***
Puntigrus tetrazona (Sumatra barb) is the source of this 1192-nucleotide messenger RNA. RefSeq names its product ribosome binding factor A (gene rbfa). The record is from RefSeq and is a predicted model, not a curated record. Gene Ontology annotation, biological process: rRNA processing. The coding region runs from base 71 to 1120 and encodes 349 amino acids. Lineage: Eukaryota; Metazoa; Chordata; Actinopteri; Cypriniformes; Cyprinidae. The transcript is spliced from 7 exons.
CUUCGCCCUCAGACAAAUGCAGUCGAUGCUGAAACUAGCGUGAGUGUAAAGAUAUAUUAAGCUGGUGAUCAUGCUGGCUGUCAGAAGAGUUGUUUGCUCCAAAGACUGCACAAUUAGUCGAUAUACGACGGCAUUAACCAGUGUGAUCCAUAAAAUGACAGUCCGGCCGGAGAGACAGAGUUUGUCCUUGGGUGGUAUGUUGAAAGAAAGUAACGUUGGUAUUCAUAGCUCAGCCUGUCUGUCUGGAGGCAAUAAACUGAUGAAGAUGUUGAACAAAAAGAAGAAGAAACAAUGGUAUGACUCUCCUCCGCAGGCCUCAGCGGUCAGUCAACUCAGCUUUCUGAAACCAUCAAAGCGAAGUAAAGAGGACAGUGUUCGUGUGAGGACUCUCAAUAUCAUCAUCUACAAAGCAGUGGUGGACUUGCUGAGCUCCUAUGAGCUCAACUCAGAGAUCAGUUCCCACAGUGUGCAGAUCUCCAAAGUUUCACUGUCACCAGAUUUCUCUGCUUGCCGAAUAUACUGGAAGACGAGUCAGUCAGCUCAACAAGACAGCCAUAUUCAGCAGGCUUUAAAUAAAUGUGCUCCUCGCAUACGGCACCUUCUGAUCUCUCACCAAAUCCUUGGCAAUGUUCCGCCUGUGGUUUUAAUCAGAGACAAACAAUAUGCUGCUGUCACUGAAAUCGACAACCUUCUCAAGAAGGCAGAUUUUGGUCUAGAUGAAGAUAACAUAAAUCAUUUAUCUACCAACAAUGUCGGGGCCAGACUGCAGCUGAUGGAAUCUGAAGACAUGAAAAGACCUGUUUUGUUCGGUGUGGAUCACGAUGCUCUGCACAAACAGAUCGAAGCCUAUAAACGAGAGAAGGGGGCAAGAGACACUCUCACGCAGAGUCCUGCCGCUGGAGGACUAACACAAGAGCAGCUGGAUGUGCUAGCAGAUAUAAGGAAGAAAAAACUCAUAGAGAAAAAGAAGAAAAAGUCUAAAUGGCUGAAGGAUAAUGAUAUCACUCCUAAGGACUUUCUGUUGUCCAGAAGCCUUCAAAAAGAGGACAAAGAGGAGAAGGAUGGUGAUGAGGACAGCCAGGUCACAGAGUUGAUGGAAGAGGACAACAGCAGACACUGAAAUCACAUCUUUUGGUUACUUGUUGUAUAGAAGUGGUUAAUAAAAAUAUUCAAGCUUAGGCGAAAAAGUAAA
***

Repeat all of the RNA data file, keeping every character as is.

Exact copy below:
Puntigrus tetrazona (Sumatra barb) is the source of this 1192-nucleotide messenger RNA. RefSeq names its product ribosome binding factor A (gene rbfa). The record is from RefSeq and is a predicted model, not a curated record. Gene Ontology annotation, biological process: rRNA processing. The coding region runs from base 71 to 1120 and encodes 349 amino acids. Lineage: Eukaryota; Metazoa; Chordata; Actinopteri; Cypriniformes; Cyprinidae. The transcript is spliced from 7 exons.
CUUCGCCCUCAGACAAAUGCAGUCGAUGCUGAAACUAGCGUGAGUGUAAAGAUAUAUUAAGCUGGUGAUCAUGCUGGCUGUCAGAAGAGUUGUUUGCUCCAAAGACUGCACAAUUAGUCGAUAUACGACGGCAUUAACCAGUGUGAUCCAUAAAAUGACAGUCCGGCCGGAGAGACAGAGUUUGUCCUUGGGUGGUAUGUUGAAAGAAAGUAACGUUGGUAUUCAUAGCUCAGCCUGUCUGUCUGGAGGCAAUAAACUGAUGAAGAUGUUGAACAAAAAGAAGAAGAAACAAUGGUAUGACUCUCCUCCGCAGGCCUCAGCGGUCAGUCAACUCAGCUUUCUGAAACCAUCAAAGCGAAGUAAAGAGGACAGUGUUCGUGUGAGGACUCUCAAUAUCAUCAUCUACAAAGCAGUGGUGGACUUGCUGAGCUCCUAUGAGCUCAACUCAGAGAUCAGUUCCCACAGUGUGCAGAUCUCCAAAGUUUCACUGUCACCAGAUUUCUCUGCUUGCCGAAUAUACUGGAAGACGAGUCAGUCAGCUCAACAAGACAGCCAUAUUCAGCAGGCUUUAAAUAAAUGUGCUCCUCGCAUACGGCACCUUCUGAUCUCUCACCAAAUCCUUGGCAAUGUUCCGCCUGUGGUUUUAAUCAGAGACAAACAAUAUGCUGCUGUCACUGAAAUCGACAACCUUCUCAAGAAGGCAGAUUUUGGUCUAGAUGAAGAUAACAUAAAUCAUUUAUCUACCAACAAUGUCGGGGCCAGACUGCAGCUGAUGGAAUCUGAAGACAUGAAAAGACCUGUUUUGUUCGGUGUGGAUCACGAUGCUCUGCACAAACAGAUCGAAGCCUAUAAACGAGAGAAGGGGGCAAGAGACACUCUCACGCAGAGUCCUGCCGCUGGAGGACUAACACAAGAGCAGCUGGAUGUGCUAGCAGAUAUAAGGAAGAAAAAACUCAUAGAGAAAAAGAAGAAAAAGUCUAAAUGGCUGAAGGAUAAUGAUAUCACUCCUAAGGACUUUCUGUUGUCCAGAAGCCUUCAAAAAGAGGACAAAGAGGAGAAGGAUGGUGAUGAGGACAGCCAGGUCACAGAGUUGAUGGAAGAGGACAACAGCAGACACUGAAAUCACAUCUUUUGGUUACUUGUUGUAUAGAAGUGGUUAAUAAAAAUAUUCAAGCUUAGGCGAAAAAGUAAA